Authorities in Botswana have cautioned sections of the public against advocating for the use of unauthorized medicines to treat the coronavirus.
“In view of this development, the Botswana Medicines Regulatory Authority (BoMRA) is the regulating body that can determine if the usage of a particular drug is safe for use or not. Government and the political leadership can only give suggestions and opinions, but the final decision rests with BoMRA as stated by law,” the government said in a statement on Friday.
“It is our wish that the authority be given the necessary time to follow all channels that are appropriate and applicable to approve drugs as per drug regulatory protocol guidelines.”
There has been concern among countries across the continent, such as Zimbabwe recently, that with a more intense wave of infections and deaths, citizens may resort to unapproved remedies to try and treat COVID-19.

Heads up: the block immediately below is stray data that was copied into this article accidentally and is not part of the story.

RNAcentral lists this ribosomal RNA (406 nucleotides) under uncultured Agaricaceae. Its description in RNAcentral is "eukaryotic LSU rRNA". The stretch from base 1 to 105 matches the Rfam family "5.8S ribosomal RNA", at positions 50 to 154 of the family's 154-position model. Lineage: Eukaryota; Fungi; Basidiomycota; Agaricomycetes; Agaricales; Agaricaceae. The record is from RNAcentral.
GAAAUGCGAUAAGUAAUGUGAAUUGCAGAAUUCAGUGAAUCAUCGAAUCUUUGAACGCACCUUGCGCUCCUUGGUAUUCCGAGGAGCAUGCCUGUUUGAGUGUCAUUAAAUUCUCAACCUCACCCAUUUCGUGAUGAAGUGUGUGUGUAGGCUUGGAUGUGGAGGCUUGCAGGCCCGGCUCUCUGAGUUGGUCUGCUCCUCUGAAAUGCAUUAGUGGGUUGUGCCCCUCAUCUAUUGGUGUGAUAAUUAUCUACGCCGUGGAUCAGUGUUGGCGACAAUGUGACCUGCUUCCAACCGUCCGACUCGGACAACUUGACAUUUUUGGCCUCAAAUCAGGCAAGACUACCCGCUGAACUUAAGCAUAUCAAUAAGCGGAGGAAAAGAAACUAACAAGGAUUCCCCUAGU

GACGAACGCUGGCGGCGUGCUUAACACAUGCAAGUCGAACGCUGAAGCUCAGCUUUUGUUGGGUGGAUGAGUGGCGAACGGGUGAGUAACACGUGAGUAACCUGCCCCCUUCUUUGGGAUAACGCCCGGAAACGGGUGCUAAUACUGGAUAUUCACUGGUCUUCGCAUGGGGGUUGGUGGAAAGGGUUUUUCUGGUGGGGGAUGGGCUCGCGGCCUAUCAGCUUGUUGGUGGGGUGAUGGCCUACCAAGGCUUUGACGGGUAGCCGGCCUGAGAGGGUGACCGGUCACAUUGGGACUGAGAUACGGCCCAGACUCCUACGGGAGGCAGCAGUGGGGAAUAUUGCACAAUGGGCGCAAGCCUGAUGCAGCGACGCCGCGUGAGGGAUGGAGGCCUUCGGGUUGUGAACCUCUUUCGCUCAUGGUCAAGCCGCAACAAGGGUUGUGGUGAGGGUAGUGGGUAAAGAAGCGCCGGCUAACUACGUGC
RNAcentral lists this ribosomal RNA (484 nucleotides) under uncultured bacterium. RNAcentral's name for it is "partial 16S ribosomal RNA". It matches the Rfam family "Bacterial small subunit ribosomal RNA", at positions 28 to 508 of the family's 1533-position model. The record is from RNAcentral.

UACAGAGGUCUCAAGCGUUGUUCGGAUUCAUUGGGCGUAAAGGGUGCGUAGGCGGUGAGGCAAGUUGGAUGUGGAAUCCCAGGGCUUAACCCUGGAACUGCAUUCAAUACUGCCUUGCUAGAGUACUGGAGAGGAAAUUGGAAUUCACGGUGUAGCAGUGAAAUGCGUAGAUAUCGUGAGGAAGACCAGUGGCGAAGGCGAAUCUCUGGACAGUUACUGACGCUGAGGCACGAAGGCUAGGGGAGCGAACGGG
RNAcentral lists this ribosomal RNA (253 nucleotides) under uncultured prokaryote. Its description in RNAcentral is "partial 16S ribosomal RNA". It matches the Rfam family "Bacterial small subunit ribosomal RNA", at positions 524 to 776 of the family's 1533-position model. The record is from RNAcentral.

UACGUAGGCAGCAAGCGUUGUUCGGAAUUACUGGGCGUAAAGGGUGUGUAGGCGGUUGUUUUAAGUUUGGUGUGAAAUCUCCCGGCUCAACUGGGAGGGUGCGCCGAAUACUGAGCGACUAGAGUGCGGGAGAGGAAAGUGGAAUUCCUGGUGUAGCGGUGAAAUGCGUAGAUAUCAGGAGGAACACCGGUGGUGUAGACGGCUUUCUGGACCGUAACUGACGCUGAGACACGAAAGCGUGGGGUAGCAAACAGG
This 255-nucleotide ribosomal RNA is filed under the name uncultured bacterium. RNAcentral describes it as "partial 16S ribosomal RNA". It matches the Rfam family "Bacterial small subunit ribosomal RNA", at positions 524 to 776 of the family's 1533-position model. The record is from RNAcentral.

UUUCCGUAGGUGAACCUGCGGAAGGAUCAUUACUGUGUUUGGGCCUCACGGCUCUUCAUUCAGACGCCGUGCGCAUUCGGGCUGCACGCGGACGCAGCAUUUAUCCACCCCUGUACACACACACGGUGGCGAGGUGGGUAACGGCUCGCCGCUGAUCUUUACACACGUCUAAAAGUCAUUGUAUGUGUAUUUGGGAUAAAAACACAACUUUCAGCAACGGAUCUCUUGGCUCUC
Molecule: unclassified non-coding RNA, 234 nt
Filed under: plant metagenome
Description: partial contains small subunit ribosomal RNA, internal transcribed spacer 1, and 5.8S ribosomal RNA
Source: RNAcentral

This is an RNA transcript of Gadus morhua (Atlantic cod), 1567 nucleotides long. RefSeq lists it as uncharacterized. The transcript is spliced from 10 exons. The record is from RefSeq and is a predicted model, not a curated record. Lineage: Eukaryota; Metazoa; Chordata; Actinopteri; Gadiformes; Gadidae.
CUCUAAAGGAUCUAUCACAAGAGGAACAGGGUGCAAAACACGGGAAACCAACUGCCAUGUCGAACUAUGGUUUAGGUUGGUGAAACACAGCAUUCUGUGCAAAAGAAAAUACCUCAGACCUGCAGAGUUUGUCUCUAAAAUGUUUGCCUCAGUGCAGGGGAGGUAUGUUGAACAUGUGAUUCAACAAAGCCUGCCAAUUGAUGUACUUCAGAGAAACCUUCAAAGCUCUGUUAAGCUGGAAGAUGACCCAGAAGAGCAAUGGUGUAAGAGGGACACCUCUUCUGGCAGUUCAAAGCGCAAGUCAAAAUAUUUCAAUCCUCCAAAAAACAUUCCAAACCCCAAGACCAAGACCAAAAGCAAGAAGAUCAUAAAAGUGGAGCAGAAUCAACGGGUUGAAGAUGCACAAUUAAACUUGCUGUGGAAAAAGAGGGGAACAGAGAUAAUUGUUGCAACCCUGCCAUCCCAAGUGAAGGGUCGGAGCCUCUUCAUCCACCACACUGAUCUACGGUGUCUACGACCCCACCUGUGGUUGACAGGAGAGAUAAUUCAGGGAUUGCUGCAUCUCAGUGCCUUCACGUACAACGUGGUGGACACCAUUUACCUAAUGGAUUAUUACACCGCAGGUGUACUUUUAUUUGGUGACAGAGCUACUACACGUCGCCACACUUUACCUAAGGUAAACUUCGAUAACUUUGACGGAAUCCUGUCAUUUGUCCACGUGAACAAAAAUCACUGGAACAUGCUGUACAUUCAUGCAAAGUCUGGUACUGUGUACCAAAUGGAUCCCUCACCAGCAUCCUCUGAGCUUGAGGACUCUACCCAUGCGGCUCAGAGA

The government also reported that more than 120,000 people had been fully vaccinated while more than 200,000 people had received a first dose of COVID-19 vaccine.
The southern African nation began the second phase of its vaccination campaign on Thursday for persons aged 30-54, but will initially target those aged 45-54 to avoid overcrowding.
President Mokgweetsi Masisi recently urged citizens to get COVID-19 vaccines when their turn came, noting that all vaccines had been tested and approved by the relevant authorities.
Botswana is battling a deadly new wave of COVID-19 infections and deaths which has forced the government to implement tougher restrictions across the country such as the closure of schools for a month and suspension of inter-zonal movement.
Botswana has so far reported more than 91,000 confirmed COVID-19 cases and more than 1,300 deaths.